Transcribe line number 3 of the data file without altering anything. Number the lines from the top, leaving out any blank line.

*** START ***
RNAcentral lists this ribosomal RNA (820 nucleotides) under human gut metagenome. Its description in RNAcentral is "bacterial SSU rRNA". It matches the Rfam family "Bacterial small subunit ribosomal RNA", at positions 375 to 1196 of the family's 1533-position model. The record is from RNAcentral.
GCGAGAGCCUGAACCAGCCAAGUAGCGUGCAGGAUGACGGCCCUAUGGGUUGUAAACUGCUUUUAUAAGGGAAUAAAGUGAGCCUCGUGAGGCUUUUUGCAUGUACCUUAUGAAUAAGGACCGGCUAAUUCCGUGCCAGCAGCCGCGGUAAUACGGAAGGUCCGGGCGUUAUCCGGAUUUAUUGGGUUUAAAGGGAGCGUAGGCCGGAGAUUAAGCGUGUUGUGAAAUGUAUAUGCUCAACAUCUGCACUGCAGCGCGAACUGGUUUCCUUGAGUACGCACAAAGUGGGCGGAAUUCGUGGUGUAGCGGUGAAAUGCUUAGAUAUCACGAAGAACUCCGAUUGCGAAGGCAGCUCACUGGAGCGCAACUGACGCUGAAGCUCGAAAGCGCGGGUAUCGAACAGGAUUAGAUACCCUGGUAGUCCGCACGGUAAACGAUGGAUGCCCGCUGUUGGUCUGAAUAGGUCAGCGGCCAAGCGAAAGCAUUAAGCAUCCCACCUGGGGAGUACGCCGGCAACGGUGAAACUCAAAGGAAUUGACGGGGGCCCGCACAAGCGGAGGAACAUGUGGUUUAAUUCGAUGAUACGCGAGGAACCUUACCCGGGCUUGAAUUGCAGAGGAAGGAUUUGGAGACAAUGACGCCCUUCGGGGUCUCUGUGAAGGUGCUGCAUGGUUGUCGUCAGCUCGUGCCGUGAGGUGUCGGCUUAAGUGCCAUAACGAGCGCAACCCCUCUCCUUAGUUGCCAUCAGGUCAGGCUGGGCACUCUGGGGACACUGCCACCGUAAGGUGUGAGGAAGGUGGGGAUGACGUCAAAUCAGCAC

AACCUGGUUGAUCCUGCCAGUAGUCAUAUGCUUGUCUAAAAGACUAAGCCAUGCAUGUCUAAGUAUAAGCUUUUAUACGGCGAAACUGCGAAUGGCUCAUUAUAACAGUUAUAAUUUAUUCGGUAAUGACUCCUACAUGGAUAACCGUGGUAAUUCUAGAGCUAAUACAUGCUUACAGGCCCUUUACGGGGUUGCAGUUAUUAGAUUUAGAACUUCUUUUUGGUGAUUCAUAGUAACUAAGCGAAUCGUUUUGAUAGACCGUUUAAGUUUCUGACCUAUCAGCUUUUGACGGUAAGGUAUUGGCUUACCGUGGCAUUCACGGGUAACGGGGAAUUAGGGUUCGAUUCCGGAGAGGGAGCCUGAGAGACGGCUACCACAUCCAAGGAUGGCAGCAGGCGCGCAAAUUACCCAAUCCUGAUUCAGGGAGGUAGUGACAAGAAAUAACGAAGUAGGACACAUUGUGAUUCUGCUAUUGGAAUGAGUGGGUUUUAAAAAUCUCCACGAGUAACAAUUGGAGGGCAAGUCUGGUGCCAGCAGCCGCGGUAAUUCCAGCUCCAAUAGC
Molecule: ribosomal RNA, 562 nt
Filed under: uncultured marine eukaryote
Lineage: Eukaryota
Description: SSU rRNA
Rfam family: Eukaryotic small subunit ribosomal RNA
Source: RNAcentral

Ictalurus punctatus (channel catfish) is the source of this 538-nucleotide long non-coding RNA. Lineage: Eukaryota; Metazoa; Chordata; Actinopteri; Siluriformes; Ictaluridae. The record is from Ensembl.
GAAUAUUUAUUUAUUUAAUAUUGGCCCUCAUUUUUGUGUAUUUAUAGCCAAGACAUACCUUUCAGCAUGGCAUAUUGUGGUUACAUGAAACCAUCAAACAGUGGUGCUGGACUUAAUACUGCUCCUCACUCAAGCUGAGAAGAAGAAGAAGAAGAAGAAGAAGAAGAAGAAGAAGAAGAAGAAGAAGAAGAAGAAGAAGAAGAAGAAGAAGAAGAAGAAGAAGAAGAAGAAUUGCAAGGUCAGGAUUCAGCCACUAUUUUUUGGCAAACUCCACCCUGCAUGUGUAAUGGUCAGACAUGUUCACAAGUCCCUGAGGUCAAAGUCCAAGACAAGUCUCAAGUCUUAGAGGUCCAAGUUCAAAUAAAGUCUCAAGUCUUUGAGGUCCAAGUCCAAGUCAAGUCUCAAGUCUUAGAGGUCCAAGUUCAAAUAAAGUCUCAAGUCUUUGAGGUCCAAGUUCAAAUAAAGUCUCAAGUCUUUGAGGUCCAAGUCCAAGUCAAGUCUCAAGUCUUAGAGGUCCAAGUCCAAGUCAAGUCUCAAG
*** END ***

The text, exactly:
AACCUGGUUGAUCCUGCCAGUAGUCAUAUGCUUGUCUAAAAGACUAAGCCAUGCAUGUCUAAGUAUAAGCUUUUAUACGGCGAAACUGCGAAUGGCUCAUUAUAACAGUUAUAAUUUAUUCGGUAAUGACUCCUACAUGGAUAACCGUGGUAAUUCUAGAGCUAAUACAUGCUUACAGGCCCUUUACGGGGUUGCAGUUAUUAGAUUUAGAACUUCUUUUUGGUGAUUCAUAGUAACUAAGCGAAUCGUUUUGAUAGACCGUUUAAGUUUCUGACCUAUCAGCUUUUGACGGUAAGGUAUUGGCUUACCGUGGCAUUCACGGGUAACGGGGAAUUAGGGUUCGAUUCCGGAGAGGGAGCCUGAGAGACGGCUACCACAUCCAAGGAUGGCAGCAGGCGCGCAAAUUACCCAAUCCUGAUUCAGGGAGGUAGUGACAAGAAAUAACGAAGUAGGACACAUUGUGAUUCUGCUAUUGGAAUGAGUGGGUUUUAAAAAUCUCCACGAGUAACAAUUGGAGGGCAAGUCUGGUGCCAGCAGCCGCGGUAAUUCCAGCUCCAAUAGC